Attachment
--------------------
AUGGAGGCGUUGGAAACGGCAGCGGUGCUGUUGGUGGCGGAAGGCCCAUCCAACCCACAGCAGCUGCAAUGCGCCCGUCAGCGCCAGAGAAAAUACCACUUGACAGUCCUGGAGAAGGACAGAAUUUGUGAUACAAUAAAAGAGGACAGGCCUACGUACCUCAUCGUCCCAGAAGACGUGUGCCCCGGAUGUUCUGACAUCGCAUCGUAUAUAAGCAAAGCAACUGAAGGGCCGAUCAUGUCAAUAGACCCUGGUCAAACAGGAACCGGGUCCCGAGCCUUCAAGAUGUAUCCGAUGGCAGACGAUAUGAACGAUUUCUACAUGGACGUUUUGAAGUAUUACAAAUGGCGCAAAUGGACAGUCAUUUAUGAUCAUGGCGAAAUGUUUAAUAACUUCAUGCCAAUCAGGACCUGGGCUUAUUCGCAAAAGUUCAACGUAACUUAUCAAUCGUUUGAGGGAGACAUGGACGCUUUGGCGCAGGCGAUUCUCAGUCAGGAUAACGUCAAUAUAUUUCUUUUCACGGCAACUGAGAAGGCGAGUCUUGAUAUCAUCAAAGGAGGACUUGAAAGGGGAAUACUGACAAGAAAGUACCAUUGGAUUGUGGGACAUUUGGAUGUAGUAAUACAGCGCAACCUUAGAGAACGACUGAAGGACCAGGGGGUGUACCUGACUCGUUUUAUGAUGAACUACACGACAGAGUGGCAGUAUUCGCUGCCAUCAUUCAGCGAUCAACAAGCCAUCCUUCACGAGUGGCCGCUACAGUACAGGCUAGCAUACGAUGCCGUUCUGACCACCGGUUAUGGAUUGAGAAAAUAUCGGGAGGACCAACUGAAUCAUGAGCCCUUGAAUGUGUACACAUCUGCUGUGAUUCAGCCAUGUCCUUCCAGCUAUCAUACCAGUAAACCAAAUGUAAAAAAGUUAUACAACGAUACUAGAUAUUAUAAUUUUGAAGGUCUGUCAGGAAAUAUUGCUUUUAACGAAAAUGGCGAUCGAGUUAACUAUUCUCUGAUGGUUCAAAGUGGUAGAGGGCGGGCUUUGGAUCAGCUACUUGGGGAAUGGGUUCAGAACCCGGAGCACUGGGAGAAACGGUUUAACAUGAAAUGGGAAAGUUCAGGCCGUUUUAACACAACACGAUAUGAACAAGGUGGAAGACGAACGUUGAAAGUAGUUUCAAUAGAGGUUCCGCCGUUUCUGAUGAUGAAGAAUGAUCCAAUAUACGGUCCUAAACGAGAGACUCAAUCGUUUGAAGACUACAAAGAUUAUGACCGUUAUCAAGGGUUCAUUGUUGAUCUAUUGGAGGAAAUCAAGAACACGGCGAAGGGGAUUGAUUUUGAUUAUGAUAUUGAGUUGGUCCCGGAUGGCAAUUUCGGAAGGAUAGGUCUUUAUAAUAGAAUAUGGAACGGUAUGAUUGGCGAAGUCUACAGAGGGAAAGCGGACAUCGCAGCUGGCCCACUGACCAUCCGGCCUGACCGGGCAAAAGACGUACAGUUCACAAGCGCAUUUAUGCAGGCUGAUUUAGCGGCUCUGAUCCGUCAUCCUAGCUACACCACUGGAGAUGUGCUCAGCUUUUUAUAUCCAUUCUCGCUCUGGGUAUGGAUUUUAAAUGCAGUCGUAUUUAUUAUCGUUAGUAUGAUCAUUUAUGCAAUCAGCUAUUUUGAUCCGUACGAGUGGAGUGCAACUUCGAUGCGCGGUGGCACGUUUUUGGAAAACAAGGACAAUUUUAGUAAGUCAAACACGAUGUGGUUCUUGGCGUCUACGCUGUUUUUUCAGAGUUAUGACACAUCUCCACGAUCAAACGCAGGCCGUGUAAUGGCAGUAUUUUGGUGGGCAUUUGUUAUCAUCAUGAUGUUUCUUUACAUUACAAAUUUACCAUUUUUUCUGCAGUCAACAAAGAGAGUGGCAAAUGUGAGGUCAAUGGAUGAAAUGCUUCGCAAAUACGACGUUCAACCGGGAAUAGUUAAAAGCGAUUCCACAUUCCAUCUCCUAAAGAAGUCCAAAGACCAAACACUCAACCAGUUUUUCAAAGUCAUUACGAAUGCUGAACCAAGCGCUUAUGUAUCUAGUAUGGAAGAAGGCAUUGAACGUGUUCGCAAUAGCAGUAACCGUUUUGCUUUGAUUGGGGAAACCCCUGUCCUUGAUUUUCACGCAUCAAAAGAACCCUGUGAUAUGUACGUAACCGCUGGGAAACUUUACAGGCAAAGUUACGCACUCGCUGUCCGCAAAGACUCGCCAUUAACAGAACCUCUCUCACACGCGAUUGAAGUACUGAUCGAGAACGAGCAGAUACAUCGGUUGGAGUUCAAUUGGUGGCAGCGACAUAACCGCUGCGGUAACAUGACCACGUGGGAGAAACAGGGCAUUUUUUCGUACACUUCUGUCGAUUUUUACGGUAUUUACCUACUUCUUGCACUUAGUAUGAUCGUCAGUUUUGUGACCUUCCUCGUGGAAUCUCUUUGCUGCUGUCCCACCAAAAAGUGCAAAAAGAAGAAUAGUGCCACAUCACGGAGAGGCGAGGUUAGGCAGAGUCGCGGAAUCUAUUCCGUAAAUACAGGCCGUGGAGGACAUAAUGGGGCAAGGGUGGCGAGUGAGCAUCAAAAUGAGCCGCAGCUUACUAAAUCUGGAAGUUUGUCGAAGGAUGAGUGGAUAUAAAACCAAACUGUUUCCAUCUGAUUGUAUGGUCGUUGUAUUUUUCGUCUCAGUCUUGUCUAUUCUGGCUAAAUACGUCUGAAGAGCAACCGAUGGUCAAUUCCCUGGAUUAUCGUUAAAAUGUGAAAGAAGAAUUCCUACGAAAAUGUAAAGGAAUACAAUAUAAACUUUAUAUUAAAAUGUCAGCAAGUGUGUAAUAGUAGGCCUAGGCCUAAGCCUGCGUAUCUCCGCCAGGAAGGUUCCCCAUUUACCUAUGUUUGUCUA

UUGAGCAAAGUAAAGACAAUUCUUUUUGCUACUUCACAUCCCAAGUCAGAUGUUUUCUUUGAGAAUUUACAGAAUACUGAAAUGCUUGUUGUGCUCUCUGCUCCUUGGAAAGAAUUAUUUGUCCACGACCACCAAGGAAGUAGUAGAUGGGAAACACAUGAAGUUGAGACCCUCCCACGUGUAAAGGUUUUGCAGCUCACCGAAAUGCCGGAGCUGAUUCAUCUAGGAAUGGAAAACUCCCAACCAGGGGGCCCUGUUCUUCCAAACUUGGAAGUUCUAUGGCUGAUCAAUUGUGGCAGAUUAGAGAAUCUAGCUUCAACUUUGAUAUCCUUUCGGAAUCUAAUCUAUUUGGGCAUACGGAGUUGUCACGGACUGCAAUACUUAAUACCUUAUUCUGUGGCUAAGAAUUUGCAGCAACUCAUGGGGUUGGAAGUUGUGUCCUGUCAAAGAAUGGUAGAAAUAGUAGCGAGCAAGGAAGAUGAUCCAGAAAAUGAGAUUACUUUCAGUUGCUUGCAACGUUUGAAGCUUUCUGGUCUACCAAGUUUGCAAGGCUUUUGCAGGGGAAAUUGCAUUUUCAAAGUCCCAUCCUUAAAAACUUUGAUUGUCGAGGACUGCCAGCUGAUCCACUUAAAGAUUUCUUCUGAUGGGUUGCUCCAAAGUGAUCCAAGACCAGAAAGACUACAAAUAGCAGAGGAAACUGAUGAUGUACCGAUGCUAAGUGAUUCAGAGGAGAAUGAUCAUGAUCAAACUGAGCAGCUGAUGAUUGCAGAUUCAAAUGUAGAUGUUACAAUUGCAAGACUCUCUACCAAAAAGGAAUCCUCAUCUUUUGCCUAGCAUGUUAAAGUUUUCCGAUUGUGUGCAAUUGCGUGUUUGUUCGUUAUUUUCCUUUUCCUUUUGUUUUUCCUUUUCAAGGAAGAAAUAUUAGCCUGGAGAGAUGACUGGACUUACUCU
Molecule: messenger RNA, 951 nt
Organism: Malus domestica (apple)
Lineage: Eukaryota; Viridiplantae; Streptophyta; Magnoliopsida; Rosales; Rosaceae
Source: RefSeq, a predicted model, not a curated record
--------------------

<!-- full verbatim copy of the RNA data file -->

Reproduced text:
AUGGAGGCGUUGGAAACGGCAGCGGUGCUGUUGGUGGCGGAAGGCCCAUCCAACCCACAGCAGCUGCAAUGCGCCCGUCAGCGCCAGAGAAAAUACCACUUGACAGUCCUGGAGAAGGACAGAAUUUGUGAUACAAUAAAAGAGGACAGGCCUACGUACCUCAUCGUCCCAGAAGACGUGUGCCCCGGAUGUUCUGACAUCGCAUCGUAUAUAAGCAAAGCAACUGAAGGGCCGAUCAUGUCAAUAGACCCUGGUCAAACAGGAACCGGGUCCCGAGCCUUCAAGAUGUAUCCGAUGGCAGACGAUAUGAACGAUUUCUACAUGGACGUUUUGAAGUAUUACAAAUGGCGCAAAUGGACAGUCAUUUAUGAUCAUGGCGAAAUGUUUAAUAACUUCAUGCCAAUCAGGACCUGGGCUUAUUCGCAAAAGUUCAACGUAACUUAUCAAUCGUUUGAGGGAGACAUGGACGCUUUGGCGCAGGCGAUUCUCAGUCAGGAUAACGUCAAUAUAUUUCUUUUCACGGCAACUGAGAAGGCGAGUCUUGAUAUCAUCAAAGGAGGACUUGAAAGGGGAAUACUGACAAGAAAGUACCAUUGGAUUGUGGGACAUUUGGAUGUAGUAAUACAGCGCAACCUUAGAGAACGACUGAAGGACCAGGGGGUGUACCUGACUCGUUUUAUGAUGAACUACACGACAGAGUGGCAGUAUUCGCUGCCAUCAUUCAGCGAUCAACAAGCCAUCCUUCACGAGUGGCCGCUACAGUACAGGCUAGCAUACGAUGCCGUUCUGACCACCGGUUAUGGAUUGAGAAAAUAUCGGGAGGACCAACUGAAUCAUGAGCCCUUGAAUGUGUACACAUCUGCUGUGAUUCAGCCAUGUCCUUCCAGCUAUCAUACCAGUAAACCAAAUGUAAAAAAGUUAUACAACGAUACUAGAUAUUAUAAUUUUGAAGGUCUGUCAGGAAAUAUUGCUUUUAACGAAAAUGGCGAUCGAGUUAACUAUUCUCUGAUGGUUCAAAGUGGUAGAGGGCGGGCUUUGGAUCAGCUACUUGGGGAAUGGGUUCAGAACCCGGAGCACUGGGAGAAACGGUUUAACAUGAAAUGGGAAAGUUCAGGCCGUUUUAACACAACACGAUAUGAACAAGGUGGAAGACGAACGUUGAAAGUAGUUUCAAUAGAGGUUCCGCCGUUUCUGAUGAUGAAGAAUGAUCCAAUAUACGGUCCUAAACGAGAGACUCAAUCGUUUGAAGACUACAAAGAUUAUGACCGUUAUCAAGGGUUCAUUGUUGAUCUAUUGGAGGAAAUCAAGAACACGGCGAAGGGGAUUGAUUUUGAUUAUGAUAUUGAGUUGGUCCCGGAUGGCAAUUUCGGAAGGAUAGGUCUUUAUAAUAGAAUAUGGAACGGUAUGAUUGGCGAAGUCUACAGAGGGAAAGCGGACAUCGCAGCUGGCCCACUGACCAUCCGGCCUGACCGGGCAAAAGACGUACAGUUCACAAGCGCAUUUAUGCAGGCUGAUUUAGCGGCUCUGAUCCGUCAUCCUAGCUACACCACUGGAGAUGUGCUCAGCUUUUUAUAUCCAUUCUCGCUCUGGGUAUGGAUUUUAAAUGCAGUCGUAUUUAUUAUCGUUAGUAUGAUCAUUUAUGCAAUCAGCUAUUUUGAUCCGUACGAGUGGAGUGCAACUUCGAUGCGCGGUGGCACGUUUUUGGAAAACAAGGACAAUUUUAGUAAGUCAAACACGAUGUGGUUCUUGGCGUCUACGCUGUUUUUUCAGAGUUAUGACACAUCUCCACGAUCAAACGCAGGCCGUGUAAUGGCAGUAUUUUGGUGGGCAUUUGUUAUCAUCAUGAUGUUUCUUUACAUUACAAAUUUACCAUUUUUUCUGCAGUCAACAAAGAGAGUGGCAAAUGUGAGGUCAAUGGAUGAAAUGCUUCGCAAAUACGACGUUCAACCGGGAAUAGUUAAAAGCGAUUCCACAUUCCAUCUCCUAAAGAAGUCCAAAGACCAAACACUCAACCAGUUUUUCAAAGUCAUUACGAAUGCUGAACCAAGCGCUUAUGUAUCUAGUAUGGAAGAAGGCAUUGAACGUGUUCGCAAUAGCAGUAACCGUUUUGCUUUGAUUGGGGAAACCCCUGUCCUUGAUUUUCACGCAUCAAAAGAACCCUGUGAUAUGUACGUAACCGCUGGGAAACUUUACAGGCAAAGUUACGCACUCGCUGUCCGCAAAGACUCGCCAUUAACAGAACCUCUCUCACACGCGAUUGAAGUACUGAUCGAGAACGAGCAGAUACAUCGGUUGGAGUUCAAUUGGUGGCAGCGACAUAACCGCUGCGGUAACAUGACCACGUGGGAGAAACAGGGCAUUUUUUCGUACACUUCUGUCGAUUUUUACGGUAUUUACCUACUUCUUGCACUUAGUAUGAUCGUCAGUUUUGUGACCUUCCUCGUGGAAUCUCUUUGCUGCUGUCCCACCAAAAAGUGCAAAAAGAAGAAUAGUGCCACAUCACGGAGAGGCGAGGUUAGGCAGAGUCGCGGAAUCUAUUCCGUAAAUACAGGCCGUGGAGGACAUAAUGGGGCAAGGGUGGCGAGUGAGCAUCAAAAUGAGCCGCAGCUUACUAAAUCUGGAAGUUUGUCGAAGGAUGAGUGGAUAUAAAACCAAACUGUUUCCAUCUGAUUGUAUGGUCGUUGUAUUUUUCGUCUCAGUCUUGUCUAUUCUGGCUAAAUACGUCUGAAGAGCAACCGAUGGUCAAUUCCCUGGAUUAUCGUUAAAAUGUGAAAGAAGAAUUCCUACGAAAAUGUAAAGGAAUACAAUAUAAACUUUAUAUUAAAAUGUCAGCAAGUGUGUAAUAGUAGGCCUAGGCCUAAGCCUGCGUAUCUCCGCCAGGAAGGUUCCCCAUUUACCUAUGUUUGUCUA

UUGAGCAAAGUAAAGACAAUUCUUUUUGCUACUUCACAUCCCAAGUCAGAUGUUUUCUUUGAGAAUUUACAGAAUACUGAAAUGCUUGUUGUGCUCUCUGCUCCUUGGAAAGAAUUAUUUGUCCACGACCACCAAGGAAGUAGUAGAUGGGAAACACAUGAAGUUGAGACCCUCCCACGUGUAAAGGUUUUGCAGCUCACCGAAAUGCCGGAGCUGAUUCAUCUAGGAAUGGAAAACUCCCAACCAGGGGGCCCUGUUCUUCCAAACUUGGAAGUUCUAUGGCUGAUCAAUUGUGGCAGAUUAGAGAAUCUAGCUUCAACUUUGAUAUCCUUUCGGAAUCUAAUCUAUUUGGGCAUACGGAGUUGUCACGGACUGCAAUACUUAAUACCUUAUUCUGUGGCUAAGAAUUUGCAGCAACUCAUGGGGUUGGAAGUUGUGUCCUGUCAAAGAAUGGUAGAAAUAGUAGCGAGCAAGGAAGAUGAUCCAGAAAAUGAGAUUACUUUCAGUUGCUUGCAACGUUUGAAGCUUUCUGGUCUACCAAGUUUGCAAGGCUUUUGCAGGGGAAAUUGCAUUUUCAAAGUCCCAUCCUUAAAAACUUUGAUUGUCGAGGACUGCCAGCUGAUCCACUUAAAGAUUUCUUCUGAUGGGUUGCUCCAAAGUGAUCCAAGACCAGAAAGACUACAAAUAGCAGAGGAAACUGAUGAUGUACCGAUGCUAAGUGAUUCAGAGGAGAAUGAUCAUGAUCAAACUGAGCAGCUGAUGAUUGCAGAUUCAAAUGUAGAUGUUACAAUUGCAAGACUCUCUACCAAAAAGGAAUCCUCAUCUUUUGCCUAGCAUGUUAAAGUUUUCCGAUUGUGUGCAAUUGCGUGUUUGUUCGUUAUUUUCCUUUUCCUUUUGUUUUUCCUUUUCAAGGAAGAAAUAUUAGCCUGGAGAGAUGACUGGACUUACUCU
Molecule: messenger RNA, 951 nt
Organism: Malus domestica (apple)
Lineage: Eukaryota; Viridiplantae; Streptophyta; Magnoliopsida; Rosales; Rosaceae
Source: RefSeq, a predicted model, not a curated record